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The text below is the first part of a three part series on the UK engagement in the East of Suez region. The original article can be found at
East of East of Suez – the UK commitment to the Asia / Pacific Rim.
The Far East is an area which has long held a fascination for many in the UK – both as a tourist destination, a source of economic prosperity, an emerging powerhouse of influence and dynamism, and a location where over many years the MOD has been engaged in one form or another. The region conjures up images of UK forces fighting in the jungles and seas of the Pacific, of the fall of Singapore, of great national humiliation, and immense pride, in wars such as Korea in the 1950s. Even today the UK contribution in Malaysia and the ‘Confrontation’ Campaign are seen as good examples of how to successfully handle low level insurgencies or military clashes.
The phrase ‘East of Suez’ seems to sum up a generational policy shift in the 1960s, when the UK began the process of recalling the legions, and withdrawing the tens of thousands of troops from the Asia Pacific region, and the drawing down of the great naval fortress of Singapore. In the public eye, the UK ceased to be a military power in the region in the 1970s, and to many our final withdrawal was completed in 1997 with the handover of Hong Kong. Yet, against all odds, and despite the expectations of many, the UK retains a small military presence in the region, and continues to enjoy strong relations with many of the nations present in this fascinating and immensely complex part of the world.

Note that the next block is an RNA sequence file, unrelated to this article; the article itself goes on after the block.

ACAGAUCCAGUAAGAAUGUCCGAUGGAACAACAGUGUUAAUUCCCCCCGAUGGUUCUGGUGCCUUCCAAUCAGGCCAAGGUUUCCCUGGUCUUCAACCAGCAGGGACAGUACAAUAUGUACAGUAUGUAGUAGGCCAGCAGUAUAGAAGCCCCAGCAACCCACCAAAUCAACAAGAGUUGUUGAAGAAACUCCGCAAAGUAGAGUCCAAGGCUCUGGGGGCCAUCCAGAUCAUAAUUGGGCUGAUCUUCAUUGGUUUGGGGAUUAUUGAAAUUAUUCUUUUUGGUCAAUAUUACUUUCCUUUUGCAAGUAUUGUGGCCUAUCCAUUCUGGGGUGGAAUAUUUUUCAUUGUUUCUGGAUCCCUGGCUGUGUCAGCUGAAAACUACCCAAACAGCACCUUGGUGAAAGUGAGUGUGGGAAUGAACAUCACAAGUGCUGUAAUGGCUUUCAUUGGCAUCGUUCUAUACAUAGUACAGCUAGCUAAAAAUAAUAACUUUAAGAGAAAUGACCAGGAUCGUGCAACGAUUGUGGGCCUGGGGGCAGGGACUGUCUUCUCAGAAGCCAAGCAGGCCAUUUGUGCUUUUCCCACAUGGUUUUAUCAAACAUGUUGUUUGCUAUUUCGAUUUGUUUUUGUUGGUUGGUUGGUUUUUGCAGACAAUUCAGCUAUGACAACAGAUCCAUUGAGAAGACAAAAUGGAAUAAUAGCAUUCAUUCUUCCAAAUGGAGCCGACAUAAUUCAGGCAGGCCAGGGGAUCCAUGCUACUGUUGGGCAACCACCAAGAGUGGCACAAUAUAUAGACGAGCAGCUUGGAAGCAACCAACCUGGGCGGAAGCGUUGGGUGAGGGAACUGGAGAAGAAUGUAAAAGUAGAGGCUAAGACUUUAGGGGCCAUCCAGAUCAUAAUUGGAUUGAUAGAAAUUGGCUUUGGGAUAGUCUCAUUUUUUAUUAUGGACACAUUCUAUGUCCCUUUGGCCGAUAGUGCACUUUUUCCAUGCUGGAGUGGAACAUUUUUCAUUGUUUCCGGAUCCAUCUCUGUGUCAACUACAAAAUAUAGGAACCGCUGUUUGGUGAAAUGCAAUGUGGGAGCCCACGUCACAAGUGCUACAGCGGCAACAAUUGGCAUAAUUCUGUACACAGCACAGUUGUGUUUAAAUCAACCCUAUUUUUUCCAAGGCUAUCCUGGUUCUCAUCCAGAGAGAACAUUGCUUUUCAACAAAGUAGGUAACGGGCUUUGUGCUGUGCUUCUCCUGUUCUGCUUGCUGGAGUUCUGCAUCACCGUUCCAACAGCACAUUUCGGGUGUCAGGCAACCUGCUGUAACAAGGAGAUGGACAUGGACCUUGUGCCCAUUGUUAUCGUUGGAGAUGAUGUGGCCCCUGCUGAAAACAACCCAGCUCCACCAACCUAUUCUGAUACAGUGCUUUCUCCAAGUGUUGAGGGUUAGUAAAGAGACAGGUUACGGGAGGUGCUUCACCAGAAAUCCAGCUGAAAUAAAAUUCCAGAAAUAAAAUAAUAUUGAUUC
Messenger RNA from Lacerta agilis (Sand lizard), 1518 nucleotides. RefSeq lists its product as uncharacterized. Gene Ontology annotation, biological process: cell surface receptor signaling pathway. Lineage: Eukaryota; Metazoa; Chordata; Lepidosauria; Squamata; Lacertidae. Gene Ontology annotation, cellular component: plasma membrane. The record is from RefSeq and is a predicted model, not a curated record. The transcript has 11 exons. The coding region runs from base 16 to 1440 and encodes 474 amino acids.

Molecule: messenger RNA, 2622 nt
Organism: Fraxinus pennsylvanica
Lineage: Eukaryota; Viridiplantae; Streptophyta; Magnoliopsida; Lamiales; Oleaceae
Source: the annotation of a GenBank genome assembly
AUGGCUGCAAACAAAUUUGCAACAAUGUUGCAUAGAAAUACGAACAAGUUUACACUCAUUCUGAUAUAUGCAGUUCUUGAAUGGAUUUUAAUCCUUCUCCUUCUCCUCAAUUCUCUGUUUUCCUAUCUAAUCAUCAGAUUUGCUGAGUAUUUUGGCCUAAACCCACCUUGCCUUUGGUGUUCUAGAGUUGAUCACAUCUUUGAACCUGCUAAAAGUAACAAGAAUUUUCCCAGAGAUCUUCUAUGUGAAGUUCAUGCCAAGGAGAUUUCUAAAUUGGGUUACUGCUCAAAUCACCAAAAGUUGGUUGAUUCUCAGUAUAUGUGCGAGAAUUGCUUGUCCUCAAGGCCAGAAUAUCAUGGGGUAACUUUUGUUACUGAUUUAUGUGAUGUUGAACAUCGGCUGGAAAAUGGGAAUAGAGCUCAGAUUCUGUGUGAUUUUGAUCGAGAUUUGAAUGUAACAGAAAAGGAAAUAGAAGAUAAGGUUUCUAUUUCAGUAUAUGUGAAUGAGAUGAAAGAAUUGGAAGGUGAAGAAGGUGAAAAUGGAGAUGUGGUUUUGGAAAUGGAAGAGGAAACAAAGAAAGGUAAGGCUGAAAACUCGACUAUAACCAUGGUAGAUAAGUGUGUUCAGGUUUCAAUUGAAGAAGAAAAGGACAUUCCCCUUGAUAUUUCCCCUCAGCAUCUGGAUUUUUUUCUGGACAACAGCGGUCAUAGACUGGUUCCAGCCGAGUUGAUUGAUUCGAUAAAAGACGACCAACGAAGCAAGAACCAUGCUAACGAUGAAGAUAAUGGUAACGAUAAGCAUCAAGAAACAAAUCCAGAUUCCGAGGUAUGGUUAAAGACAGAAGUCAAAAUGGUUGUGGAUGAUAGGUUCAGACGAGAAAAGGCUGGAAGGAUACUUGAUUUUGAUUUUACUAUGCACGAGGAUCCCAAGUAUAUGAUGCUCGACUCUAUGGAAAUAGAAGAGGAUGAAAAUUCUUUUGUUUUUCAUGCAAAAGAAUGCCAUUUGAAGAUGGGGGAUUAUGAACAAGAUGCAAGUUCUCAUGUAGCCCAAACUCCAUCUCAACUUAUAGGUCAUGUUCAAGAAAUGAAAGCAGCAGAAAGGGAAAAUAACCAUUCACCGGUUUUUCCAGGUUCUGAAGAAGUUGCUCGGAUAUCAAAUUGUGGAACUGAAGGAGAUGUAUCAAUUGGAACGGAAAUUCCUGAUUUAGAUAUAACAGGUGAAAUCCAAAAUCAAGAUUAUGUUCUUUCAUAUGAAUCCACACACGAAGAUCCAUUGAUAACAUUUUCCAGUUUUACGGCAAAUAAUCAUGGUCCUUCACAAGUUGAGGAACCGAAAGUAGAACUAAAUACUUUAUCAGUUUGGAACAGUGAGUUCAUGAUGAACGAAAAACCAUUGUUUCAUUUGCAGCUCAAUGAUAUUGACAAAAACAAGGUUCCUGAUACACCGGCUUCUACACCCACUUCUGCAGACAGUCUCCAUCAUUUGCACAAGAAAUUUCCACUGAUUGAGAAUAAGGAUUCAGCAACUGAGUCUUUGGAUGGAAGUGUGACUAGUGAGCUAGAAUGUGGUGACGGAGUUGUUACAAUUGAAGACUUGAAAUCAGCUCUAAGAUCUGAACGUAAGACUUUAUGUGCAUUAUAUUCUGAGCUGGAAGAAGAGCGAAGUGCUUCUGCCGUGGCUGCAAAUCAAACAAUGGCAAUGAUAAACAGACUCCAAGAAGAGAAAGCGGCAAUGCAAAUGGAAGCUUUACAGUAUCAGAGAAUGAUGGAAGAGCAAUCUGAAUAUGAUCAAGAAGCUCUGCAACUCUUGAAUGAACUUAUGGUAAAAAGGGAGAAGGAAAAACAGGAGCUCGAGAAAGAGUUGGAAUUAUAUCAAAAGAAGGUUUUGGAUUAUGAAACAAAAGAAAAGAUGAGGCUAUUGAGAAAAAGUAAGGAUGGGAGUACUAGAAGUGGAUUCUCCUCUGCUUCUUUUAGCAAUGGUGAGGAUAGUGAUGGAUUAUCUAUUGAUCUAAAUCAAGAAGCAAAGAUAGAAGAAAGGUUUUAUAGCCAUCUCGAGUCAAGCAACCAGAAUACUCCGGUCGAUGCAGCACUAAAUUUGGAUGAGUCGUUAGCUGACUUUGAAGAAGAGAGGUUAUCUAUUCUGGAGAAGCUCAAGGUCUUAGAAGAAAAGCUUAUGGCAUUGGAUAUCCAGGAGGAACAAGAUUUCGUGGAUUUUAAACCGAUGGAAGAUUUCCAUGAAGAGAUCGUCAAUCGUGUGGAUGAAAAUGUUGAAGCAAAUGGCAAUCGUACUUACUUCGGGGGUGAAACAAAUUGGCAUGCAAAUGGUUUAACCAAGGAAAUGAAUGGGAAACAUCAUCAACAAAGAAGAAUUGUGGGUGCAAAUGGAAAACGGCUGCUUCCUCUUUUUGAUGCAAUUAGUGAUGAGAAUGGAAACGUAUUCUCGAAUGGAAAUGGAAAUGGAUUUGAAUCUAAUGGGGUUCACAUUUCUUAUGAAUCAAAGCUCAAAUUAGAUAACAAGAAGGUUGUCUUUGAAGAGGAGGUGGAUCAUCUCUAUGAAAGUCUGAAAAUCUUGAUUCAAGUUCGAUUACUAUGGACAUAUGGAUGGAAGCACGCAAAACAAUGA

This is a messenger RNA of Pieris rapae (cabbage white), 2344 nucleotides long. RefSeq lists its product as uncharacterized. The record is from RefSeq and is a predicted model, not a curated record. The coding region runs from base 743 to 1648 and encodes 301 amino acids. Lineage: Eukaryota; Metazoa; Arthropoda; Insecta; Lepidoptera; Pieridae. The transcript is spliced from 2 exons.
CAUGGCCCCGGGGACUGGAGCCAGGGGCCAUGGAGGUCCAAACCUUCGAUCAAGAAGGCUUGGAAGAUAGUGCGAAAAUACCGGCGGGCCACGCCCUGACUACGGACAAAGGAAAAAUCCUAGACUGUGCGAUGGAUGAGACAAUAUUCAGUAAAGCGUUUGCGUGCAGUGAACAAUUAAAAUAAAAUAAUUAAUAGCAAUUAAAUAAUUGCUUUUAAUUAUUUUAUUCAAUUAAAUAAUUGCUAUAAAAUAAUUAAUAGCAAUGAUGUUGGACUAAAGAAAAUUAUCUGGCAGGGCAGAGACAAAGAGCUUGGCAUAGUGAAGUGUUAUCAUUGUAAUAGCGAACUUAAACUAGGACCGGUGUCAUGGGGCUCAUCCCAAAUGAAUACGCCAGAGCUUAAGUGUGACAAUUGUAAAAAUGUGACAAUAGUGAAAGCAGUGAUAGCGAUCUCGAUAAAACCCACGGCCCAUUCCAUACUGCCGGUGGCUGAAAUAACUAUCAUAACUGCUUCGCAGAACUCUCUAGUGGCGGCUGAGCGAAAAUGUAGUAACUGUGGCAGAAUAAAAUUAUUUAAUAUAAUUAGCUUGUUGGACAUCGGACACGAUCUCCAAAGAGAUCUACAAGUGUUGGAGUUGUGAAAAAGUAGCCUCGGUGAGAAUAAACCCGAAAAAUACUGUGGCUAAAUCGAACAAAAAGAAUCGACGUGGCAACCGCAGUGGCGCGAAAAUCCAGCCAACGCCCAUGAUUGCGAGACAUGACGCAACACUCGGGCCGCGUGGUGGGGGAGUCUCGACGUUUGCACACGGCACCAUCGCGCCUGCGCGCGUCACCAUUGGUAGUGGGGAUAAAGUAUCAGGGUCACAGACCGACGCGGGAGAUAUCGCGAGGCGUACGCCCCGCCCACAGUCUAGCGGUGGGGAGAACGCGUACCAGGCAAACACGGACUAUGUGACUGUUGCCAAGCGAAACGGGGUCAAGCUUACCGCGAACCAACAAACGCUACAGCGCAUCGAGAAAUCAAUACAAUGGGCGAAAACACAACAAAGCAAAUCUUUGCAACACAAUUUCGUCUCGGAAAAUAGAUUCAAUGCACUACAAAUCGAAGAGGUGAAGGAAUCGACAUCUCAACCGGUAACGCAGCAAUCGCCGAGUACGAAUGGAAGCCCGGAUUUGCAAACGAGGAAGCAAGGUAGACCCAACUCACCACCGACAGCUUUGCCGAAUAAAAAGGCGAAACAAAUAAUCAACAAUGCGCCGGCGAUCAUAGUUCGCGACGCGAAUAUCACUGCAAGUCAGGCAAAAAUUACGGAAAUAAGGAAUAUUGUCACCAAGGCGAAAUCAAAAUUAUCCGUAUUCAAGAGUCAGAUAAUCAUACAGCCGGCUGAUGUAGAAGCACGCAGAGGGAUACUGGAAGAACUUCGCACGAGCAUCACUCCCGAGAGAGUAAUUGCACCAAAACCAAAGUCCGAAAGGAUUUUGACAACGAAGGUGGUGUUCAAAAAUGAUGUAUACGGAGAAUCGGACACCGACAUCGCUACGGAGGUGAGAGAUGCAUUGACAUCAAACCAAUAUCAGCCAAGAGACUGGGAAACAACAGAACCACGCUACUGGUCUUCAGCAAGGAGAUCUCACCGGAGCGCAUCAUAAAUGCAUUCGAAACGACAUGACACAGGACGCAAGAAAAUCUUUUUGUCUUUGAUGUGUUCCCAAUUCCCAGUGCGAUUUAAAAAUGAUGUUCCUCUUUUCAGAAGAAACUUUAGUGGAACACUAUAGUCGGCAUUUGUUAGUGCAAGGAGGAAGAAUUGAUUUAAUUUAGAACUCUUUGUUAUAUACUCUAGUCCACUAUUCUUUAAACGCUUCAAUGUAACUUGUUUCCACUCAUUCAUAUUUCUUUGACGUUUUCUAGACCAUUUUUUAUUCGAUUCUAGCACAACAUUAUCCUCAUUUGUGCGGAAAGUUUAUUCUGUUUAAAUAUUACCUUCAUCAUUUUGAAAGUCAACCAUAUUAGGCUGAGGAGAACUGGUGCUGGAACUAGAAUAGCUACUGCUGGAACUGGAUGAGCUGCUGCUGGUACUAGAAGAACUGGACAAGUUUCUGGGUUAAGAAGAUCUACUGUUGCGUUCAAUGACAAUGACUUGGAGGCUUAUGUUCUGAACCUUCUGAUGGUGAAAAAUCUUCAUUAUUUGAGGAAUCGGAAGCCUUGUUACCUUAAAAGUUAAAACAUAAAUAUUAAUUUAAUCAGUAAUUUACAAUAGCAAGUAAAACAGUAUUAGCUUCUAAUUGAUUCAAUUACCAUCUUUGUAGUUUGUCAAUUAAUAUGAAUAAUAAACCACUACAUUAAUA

The purpose of this short series of articles is to review the UKs military commitments to the region, to gain an understanding of where UK defence interests lie, and review what it is that the UK is being expected to deliver, and why it benefits the taxpayer to retain an influence in this region. It will be structured over three parts, and should be seen in the context of the wider TD series of Strategy Posts. It does not represent any official viewpoint, and should not be read or construed as being anything other than a personal interpretation of the current UK level of military commitment to the Asia Pacific region.